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Open letter from nonprofit re: Heredia trip

This was left in the comment section by Tara Kini, figured I’d break it out in an new entry:

Dear Members of the Hayward USD School Community,

We are writing to commend HUSD Board Member Maribel Heredia for her passionate advocacy on behalf of all California public school students during the week of February 7-11th in Washington D.C. Since 2007—well before she was elected to the HUSD Board—Ms. Heredia has been a plaintiff in the Renee v. Duncan lawsuit, a suit to enforce the “highly qualified teacher” provisions of No Child Left Behind. She is represented in this suit, free of charge, by the nonprofit civil rights organization Public Advocates.

At the request of Public Advocates, Ms. Heredia joined Public Advocates Managing Attorney John Affeldt in over a dozen meetings over four days with members of Congress and/or their staff and the Obama Administration to discuss the effect of current federal education laws related to the definition of the term “highly qualified teacher,” the equitable distribution of such teachers, and the rights of parents to know the qualifications of their child’s teacher. In meetings with Congressional leaders—including Senator Tom Harkin, Chair of the Senate Health, Education, Labor, and Pensions Committee, and Congressman George Miller, Ranking Member of the House Education and Labor Committee, Ms. Heredia brought an invaluable perspective as a parent and school board member, contributing in a meaningful way to the national dialogue now taking place around ESEA reauthorization.

Through her advocacy, Ms. Heredia won the deep respect of members of a coalition of over 70 civil rights, disability, parent, student and education organizations who have come together to oppose an amendment passed in December watering down the definition of the term “highly qualified teacher” and to advocate for a fully-prepared and effective for all students as part of the ESEA reauthorization. This coalition includes the NAACP, the Lawyers’ Committee for Civil Rights Under Law, LULAC, the National Education Association, the American Federation of Teachers, Disability Rights Education and Defense Fund, the Council for Exceptional Children, the National Center for Learning Disabilities, American Association of Colleges of Teacher Education, and a number of California-based grassroots parent and student groups. Members of this coalition joined Ms. Heredia and Mr. Affeldt for many of the meetings, and, in the process, learned of the successes and challenges faced by a mid-sized urban school district like Hayward in working to ensure all students are taught by fully-prepared and effective teachers. Throughout, Ms. Heredia represented HUSD in a positive and impressive manner.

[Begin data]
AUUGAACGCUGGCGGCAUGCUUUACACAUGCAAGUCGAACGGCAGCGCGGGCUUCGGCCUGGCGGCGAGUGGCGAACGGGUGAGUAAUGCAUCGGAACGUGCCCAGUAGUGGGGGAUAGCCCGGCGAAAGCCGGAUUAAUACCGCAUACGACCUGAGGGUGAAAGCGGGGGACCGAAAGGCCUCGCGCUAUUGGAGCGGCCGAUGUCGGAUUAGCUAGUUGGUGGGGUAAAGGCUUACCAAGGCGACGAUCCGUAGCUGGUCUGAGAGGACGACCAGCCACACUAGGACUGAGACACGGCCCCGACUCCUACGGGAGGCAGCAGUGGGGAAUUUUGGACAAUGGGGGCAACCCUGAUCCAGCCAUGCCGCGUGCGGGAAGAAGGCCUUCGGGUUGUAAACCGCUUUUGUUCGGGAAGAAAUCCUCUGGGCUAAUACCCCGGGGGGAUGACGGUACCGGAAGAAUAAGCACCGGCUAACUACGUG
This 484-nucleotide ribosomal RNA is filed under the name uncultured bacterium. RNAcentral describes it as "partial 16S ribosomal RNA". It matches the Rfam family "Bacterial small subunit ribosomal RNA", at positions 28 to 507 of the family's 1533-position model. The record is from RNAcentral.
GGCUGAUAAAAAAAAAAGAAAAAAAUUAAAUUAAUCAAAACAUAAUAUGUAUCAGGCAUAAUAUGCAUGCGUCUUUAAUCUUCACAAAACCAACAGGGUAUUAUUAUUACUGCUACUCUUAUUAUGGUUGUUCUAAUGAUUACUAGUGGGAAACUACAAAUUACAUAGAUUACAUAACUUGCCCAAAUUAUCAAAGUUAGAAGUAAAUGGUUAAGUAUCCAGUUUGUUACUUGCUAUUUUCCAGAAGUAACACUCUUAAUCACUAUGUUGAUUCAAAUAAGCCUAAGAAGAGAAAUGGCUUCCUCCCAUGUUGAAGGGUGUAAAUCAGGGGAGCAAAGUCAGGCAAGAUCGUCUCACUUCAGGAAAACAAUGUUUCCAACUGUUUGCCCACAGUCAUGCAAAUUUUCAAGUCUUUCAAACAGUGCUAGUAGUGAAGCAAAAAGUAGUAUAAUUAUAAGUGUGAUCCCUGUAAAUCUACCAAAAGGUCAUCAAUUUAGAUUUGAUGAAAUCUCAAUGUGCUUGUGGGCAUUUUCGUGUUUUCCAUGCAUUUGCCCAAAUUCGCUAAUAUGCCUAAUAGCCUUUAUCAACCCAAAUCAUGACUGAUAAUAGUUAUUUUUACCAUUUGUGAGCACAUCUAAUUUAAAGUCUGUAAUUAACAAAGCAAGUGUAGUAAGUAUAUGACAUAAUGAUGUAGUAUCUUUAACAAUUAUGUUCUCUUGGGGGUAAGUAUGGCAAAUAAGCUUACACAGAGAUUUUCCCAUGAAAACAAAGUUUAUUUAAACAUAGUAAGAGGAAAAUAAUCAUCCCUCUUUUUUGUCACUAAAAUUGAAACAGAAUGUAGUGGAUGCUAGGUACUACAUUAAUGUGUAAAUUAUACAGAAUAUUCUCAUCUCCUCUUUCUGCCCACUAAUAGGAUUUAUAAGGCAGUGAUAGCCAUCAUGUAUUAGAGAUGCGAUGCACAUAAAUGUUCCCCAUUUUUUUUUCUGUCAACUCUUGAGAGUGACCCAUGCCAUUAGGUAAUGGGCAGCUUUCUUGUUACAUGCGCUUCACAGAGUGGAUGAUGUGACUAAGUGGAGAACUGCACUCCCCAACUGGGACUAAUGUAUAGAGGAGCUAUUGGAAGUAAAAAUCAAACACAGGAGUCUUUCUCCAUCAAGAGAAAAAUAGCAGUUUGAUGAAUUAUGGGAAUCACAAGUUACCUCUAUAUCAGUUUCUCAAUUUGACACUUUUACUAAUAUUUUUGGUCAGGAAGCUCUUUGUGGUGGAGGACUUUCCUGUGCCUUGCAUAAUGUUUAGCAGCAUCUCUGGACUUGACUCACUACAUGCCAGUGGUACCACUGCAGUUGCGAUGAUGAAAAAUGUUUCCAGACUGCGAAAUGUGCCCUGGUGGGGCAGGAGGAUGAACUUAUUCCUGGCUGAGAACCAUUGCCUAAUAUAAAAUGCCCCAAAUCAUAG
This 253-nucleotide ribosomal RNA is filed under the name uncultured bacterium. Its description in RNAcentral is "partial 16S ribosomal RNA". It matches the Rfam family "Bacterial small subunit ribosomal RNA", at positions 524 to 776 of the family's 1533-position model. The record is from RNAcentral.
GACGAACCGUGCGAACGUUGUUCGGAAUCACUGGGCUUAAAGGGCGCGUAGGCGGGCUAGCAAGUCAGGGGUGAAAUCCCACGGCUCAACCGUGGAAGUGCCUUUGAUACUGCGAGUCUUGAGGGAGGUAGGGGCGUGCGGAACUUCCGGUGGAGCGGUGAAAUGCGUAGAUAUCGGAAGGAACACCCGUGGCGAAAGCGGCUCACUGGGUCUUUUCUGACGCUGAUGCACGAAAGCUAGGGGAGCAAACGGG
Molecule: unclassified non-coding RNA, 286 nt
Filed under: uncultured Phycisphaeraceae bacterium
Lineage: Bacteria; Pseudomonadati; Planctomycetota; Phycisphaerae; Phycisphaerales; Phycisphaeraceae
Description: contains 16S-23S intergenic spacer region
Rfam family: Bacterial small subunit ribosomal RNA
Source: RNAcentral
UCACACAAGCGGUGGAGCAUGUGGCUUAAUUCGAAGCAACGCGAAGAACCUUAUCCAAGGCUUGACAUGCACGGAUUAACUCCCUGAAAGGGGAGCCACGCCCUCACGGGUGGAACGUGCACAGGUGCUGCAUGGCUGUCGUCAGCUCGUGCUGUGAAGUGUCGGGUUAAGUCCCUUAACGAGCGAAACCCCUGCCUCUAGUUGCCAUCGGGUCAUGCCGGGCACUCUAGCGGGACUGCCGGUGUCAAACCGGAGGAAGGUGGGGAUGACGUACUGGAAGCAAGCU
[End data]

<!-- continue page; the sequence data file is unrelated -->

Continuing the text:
We first met Ms. Heredia four years ago in her role as one of the leaders in a campaign to ensure that HUSD students had access to clean, safe, school facilities, sufficient instructional materials, and qualified teachers—rights they are entitled to under the Williams v. California settlement. Ms. Heredia’s advocacy in Washington D.C. this month was a continuation of her passionate leadership on behalf of the rights of all students—and especially the neediest students—to a quality education, as well as the need for all parents to get involved in the struggle to improve our public schools. We understand it was this type of leadership that won her the respect of many members of the HUSD school community and is among the reasons she was elected to the school board.

Thus, it came as a surprise to us that Ms. Heredia has been criticized by some for missing the most recent school board meeting due to her trip to Washington (a trip—to be clear— that was fully funded by Public Advocates; no HUSD funds were used.) While we invited her because she is a plaintiff in the Renee v. Duncan suit, Ms. Heredia was a tireless advocate for the rights of all students to be taught by a fully-prepared and effective teacher, and for the rights of all parents to have full disclosure when their child is being taught by a teacher who is not fully-credentialed. Her advocacy in Washington D.C. will benefit both the students of HUSD as well as students across California and the country.

Thank you, Ms. Heredia.

Eric Kurhi